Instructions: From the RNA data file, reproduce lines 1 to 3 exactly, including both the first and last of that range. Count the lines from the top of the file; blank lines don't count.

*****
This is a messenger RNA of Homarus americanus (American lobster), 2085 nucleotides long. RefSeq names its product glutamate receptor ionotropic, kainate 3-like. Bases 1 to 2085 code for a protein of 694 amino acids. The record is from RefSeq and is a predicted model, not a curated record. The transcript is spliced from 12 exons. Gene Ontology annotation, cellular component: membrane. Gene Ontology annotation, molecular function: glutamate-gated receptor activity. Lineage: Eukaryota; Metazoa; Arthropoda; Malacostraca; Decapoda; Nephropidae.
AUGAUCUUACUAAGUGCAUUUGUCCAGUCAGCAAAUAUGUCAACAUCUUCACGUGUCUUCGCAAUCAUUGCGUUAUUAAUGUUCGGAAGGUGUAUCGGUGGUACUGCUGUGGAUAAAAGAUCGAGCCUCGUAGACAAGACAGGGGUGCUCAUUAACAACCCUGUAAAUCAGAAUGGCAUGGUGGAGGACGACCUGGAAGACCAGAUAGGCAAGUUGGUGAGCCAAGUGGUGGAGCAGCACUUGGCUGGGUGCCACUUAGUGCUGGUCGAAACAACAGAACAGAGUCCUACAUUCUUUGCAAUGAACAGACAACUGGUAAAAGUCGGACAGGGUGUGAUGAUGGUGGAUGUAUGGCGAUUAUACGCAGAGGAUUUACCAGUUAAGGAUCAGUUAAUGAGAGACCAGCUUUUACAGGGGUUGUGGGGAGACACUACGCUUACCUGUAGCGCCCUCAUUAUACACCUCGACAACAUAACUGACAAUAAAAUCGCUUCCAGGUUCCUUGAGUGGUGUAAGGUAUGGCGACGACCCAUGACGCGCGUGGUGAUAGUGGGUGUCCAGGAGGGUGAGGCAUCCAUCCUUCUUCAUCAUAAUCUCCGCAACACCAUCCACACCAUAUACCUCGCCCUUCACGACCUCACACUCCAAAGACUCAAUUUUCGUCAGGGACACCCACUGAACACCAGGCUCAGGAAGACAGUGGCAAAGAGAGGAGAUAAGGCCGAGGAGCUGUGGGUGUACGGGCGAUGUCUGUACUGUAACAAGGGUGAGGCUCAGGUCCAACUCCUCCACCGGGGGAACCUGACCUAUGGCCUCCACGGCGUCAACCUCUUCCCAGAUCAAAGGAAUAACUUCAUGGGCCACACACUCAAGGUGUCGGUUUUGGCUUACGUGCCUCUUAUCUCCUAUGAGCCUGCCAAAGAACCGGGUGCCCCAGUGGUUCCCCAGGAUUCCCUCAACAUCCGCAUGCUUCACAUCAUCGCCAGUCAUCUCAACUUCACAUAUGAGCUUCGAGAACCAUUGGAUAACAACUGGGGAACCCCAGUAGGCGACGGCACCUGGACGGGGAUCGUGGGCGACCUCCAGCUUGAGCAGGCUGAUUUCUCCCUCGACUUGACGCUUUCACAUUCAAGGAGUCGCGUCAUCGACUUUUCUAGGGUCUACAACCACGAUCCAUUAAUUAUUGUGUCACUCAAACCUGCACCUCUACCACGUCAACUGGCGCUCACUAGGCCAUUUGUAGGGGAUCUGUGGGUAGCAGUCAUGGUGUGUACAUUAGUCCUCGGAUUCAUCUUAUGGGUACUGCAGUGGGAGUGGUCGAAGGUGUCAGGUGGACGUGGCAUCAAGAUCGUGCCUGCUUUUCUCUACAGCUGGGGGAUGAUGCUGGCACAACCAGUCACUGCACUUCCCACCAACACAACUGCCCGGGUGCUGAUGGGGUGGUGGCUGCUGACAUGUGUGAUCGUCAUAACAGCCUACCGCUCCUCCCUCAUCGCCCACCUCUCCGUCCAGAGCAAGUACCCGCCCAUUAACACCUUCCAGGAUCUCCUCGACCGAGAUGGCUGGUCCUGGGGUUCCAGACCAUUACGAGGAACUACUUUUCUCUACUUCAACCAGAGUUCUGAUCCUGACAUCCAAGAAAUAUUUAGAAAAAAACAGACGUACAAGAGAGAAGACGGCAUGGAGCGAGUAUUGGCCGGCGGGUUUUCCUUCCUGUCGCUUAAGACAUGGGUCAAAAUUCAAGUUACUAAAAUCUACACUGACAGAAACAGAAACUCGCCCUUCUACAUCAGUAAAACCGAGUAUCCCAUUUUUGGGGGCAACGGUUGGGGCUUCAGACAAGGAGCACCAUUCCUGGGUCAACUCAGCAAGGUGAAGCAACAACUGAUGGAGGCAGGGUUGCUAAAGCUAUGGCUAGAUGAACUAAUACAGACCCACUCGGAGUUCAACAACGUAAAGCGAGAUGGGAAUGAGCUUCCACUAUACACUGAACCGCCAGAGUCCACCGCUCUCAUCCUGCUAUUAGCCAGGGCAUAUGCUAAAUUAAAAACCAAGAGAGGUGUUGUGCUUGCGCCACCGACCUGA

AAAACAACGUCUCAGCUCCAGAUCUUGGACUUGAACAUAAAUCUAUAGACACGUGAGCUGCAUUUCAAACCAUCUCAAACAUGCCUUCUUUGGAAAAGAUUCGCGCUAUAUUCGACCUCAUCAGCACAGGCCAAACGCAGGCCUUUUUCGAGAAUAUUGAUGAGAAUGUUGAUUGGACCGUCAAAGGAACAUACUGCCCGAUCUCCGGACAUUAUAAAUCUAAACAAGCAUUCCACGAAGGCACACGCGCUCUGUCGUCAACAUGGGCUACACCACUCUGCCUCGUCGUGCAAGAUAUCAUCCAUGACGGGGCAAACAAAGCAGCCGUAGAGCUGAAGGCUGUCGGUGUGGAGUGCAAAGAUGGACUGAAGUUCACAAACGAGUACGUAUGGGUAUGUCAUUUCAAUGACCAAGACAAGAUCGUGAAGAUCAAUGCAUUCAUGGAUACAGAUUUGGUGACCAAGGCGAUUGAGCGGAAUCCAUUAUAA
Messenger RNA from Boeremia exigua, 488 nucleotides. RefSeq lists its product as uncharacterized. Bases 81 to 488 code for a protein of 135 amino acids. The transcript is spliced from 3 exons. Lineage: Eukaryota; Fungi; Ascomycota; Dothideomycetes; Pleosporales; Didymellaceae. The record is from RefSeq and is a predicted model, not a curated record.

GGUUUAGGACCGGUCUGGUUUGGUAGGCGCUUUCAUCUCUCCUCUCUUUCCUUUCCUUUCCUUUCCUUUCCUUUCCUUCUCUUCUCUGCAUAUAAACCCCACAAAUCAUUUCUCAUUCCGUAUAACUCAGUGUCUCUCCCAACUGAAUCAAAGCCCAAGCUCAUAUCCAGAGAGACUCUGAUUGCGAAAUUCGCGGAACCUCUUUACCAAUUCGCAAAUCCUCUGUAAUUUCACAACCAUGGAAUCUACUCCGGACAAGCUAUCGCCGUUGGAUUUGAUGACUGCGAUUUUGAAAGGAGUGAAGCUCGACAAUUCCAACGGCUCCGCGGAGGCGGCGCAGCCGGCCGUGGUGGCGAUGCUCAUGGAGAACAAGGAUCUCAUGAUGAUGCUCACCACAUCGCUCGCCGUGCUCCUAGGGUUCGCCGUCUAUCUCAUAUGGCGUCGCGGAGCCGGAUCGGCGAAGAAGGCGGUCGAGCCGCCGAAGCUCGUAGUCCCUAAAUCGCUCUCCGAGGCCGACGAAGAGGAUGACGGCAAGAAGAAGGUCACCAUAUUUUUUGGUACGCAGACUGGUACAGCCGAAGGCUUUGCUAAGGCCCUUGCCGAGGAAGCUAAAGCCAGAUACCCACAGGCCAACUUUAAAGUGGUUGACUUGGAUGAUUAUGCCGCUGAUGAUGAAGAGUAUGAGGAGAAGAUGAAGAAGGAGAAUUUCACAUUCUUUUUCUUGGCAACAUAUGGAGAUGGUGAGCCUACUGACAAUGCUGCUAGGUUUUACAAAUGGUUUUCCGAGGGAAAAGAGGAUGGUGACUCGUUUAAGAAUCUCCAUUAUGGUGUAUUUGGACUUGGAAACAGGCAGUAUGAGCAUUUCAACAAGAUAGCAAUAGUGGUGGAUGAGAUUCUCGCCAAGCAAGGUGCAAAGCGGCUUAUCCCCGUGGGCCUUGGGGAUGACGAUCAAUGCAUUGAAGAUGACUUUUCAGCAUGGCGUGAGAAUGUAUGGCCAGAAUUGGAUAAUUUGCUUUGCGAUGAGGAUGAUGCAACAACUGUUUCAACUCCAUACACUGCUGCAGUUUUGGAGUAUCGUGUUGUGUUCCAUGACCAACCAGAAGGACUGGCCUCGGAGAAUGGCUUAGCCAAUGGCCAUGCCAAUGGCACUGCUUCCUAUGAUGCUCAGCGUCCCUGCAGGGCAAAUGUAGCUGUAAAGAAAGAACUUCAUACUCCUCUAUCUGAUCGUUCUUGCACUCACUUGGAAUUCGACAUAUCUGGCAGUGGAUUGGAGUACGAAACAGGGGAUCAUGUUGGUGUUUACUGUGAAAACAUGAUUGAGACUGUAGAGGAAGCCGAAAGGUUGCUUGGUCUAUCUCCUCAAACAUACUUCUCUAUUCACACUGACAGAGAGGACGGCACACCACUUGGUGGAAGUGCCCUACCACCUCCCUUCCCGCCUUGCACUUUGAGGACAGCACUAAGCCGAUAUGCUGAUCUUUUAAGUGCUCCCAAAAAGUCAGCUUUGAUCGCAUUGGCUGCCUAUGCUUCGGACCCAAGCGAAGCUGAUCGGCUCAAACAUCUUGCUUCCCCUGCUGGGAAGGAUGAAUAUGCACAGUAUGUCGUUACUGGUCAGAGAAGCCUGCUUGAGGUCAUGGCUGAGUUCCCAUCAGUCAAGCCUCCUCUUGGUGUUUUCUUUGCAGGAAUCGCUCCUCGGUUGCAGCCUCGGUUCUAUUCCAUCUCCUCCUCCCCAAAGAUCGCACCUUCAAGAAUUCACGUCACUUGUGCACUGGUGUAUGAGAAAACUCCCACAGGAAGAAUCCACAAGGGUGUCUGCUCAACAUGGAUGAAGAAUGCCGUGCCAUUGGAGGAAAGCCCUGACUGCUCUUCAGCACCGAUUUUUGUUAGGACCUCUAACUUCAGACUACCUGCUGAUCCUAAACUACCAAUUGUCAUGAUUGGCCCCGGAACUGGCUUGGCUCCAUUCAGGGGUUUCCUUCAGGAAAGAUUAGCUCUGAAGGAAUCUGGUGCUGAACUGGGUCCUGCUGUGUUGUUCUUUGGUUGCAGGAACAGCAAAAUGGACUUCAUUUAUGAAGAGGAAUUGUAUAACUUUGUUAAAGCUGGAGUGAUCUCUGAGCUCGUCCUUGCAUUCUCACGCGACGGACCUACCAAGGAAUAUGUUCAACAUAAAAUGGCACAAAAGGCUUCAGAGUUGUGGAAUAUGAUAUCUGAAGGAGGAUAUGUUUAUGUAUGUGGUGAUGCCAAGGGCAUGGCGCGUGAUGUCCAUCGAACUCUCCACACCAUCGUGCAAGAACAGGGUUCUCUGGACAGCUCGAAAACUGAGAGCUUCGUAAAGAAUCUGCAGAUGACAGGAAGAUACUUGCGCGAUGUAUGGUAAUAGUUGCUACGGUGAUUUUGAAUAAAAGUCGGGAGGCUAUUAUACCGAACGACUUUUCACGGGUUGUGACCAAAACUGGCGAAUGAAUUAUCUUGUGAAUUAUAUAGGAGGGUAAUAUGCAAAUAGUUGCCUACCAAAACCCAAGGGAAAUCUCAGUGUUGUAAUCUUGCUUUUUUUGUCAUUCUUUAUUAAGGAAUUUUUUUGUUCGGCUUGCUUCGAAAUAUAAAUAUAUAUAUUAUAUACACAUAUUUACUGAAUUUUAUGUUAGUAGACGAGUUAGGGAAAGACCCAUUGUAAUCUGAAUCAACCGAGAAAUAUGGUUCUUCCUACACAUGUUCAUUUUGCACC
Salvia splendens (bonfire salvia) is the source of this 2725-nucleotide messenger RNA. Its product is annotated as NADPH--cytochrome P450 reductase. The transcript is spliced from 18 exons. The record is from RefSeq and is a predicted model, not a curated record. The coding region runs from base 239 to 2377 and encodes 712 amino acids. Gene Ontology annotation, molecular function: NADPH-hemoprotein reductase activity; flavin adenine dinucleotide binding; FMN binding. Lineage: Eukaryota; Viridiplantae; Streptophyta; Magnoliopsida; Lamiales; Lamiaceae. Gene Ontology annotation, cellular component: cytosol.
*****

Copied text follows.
This is a messenger RNA of Homarus americanus (American lobster), 2085 nucleotides long. RefSeq names its product glutamate receptor ionotropic, kainate 3-like. Bases 1 to 2085 code for a protein of 694 amino acids. The record is from RefSeq and is a predicted model, not a curated record. The transcript is spliced from 12 exons. Gene Ontology annotation, cellular component: membrane. Gene Ontology annotation, molecular function: glutamate-gated receptor activity. Lineage: Eukaryota; Metazoa; Arthropoda; Malacostraca; Decapoda; Nephropidae.
AUGAUCUUACUAAGUGCAUUUGUCCAGUCAGCAAAUAUGUCAACAUCUUCACGUGUCUUCGCAAUCAUUGCGUUAUUAAUGUUCGGAAGGUGUAUCGGUGGUACUGCUGUGGAUAAAAGAUCGAGCCUCGUAGACAAGACAGGGGUGCUCAUUAACAACCCUGUAAAUCAGAAUGGCAUGGUGGAGGACGACCUGGAAGACCAGAUAGGCAAGUUGGUGAGCCAAGUGGUGGAGCAGCACUUGGCUGGGUGCCACUUAGUGCUGGUCGAAACAACAGAACAGAGUCCUACAUUCUUUGCAAUGAACAGACAACUGGUAAAAGUCGGACAGGGUGUGAUGAUGGUGGAUGUAUGGCGAUUAUACGCAGAGGAUUUACCAGUUAAGGAUCAGUUAAUGAGAGACCAGCUUUUACAGGGGUUGUGGGGAGACACUACGCUUACCUGUAGCGCCCUCAUUAUACACCUCGACAACAUAACUGACAAUAAAAUCGCUUCCAGGUUCCUUGAGUGGUGUAAGGUAUGGCGACGACCCAUGACGCGCGUGGUGAUAGUGGGUGUCCAGGAGGGUGAGGCAUCCAUCCUUCUUCAUCAUAAUCUCCGCAACACCAUCCACACCAUAUACCUCGCCCUUCACGACCUCACACUCCAAAGACUCAAUUUUCGUCAGGGACACCCACUGAACACCAGGCUCAGGAAGACAGUGGCAAAGAGAGGAGAUAAGGCCGAGGAGCUGUGGGUGUACGGGCGAUGUCUGUACUGUAACAAGGGUGAGGCUCAGGUCCAACUCCUCCACCGGGGGAACCUGACCUAUGGCCUCCACGGCGUCAACCUCUUCCCAGAUCAAAGGAAUAACUUCAUGGGCCACACACUCAAGGUGUCGGUUUUGGCUUACGUGCCUCUUAUCUCCUAUGAGCCUGCCAAAGAACCGGGUGCCCCAGUGGUUCCCCAGGAUUCCCUCAACAUCCGCAUGCUUCACAUCAUCGCCAGUCAUCUCAACUUCACAUAUGAGCUUCGAGAACCAUUGGAUAACAACUGGGGAACCCCAGUAGGCGACGGCACCUGGACGGGGAUCGUGGGCGACCUCCAGCUUGAGCAGGCUGAUUUCUCCCUCGACUUGACGCUUUCACAUUCAAGGAGUCGCGUCAUCGACUUUUCUAGGGUCUACAACCACGAUCCAUUAAUUAUUGUGUCACUCAAACCUGCACCUCUACCACGUCAACUGGCGCUCACUAGGCCAUUUGUAGGGGAUCUGUGGGUAGCAGUCAUGGUGUGUACAUUAGUCCUCGGAUUCAUCUUAUGGGUACUGCAGUGGGAGUGGUCGAAGGUGUCAGGUGGACGUGGCAUCAAGAUCGUGCCUGCUUUUCUCUACAGCUGGGGGAUGAUGCUGGCACAACCAGUCACUGCACUUCCCACCAACACAACUGCCCGGGUGCUGAUGGGGUGGUGGCUGCUGACAUGUGUGAUCGUCAUAACAGCCUACCGCUCCUCCCUCAUCGCCCACCUCUCCGUCCAGAGCAAGUACCCGCCCAUUAACACCUUCCAGGAUCUCCUCGACCGAGAUGGCUGGUCCUGGGGUUCCAGACCAUUACGAGGAACUACUUUUCUCUACUUCAACCAGAGUUCUGAUCCUGACAUCCAAGAAAUAUUUAGAAAAAAACAGACGUACAAGAGAGAAGACGGCAUGGAGCGAGUAUUGGCCGGCGGGUUUUCCUUCCUGUCGCUUAAGACAUGGGUCAAAAUUCAAGUUACUAAAAUCUACACUGACAGAAACAGAAACUCGCCCUUCUACAUCAGUAAAACCGAGUAUCCCAUUUUUGGGGGCAACGGUUGGGGCUUCAGACAAGGAGCACCAUUCCUGGGUCAACUCAGCAAGGUGAAGCAACAACUGAUGGAGGCAGGGUUGCUAAAGCUAUGGCUAGAUGAACUAAUACAGACCCACUCGGAGUUCAACAACGUAAAGCGAGAUGGGAAUGAGCUUCCACUAUACACUGAACCGCCAGAGUCCACCGCUCUCAUCCUGCUAUUAGCCAGGGCAUAUGCUAAAUUAAAAACCAAGAGAGGUGUUGUGCUUGCGCCACCGACCUGA

AAAACAACGUCUCAGCUCCAGAUCUUGGACUUGAACAUAAAUCUAUAGACACGUGAGCUGCAUUUCAAACCAUCUCAAACAUGCCUUCUUUGGAAAAGAUUCGCGCUAUAUUCGACCUCAUCAGCACAGGCCAAACGCAGGCCUUUUUCGAGAAUAUUGAUGAGAAUGUUGAUUGGACCGUCAAAGGAACAUACUGCCCGAUCUCCGGACAUUAUAAAUCUAAACAAGCAUUCCACGAAGGCACACGCGCUCUGUCGUCAACAUGGGCUACACCACUCUGCCUCGUCGUGCAAGAUAUCAUCCAUGACGGGGCAAACAAAGCAGCCGUAGAGCUGAAGGCUGUCGGUGUGGAGUGCAAAGAUGGACUGAAGUUCACAAACGAGUACGUAUGGGUAUGUCAUUUCAAUGACCAAGACAAGAUCGUGAAGAUCAAUGCAUUCAUGGAUACAGAUUUGGUGACCAAGGCGAUUGAGCGGAAUCCAUUAUAA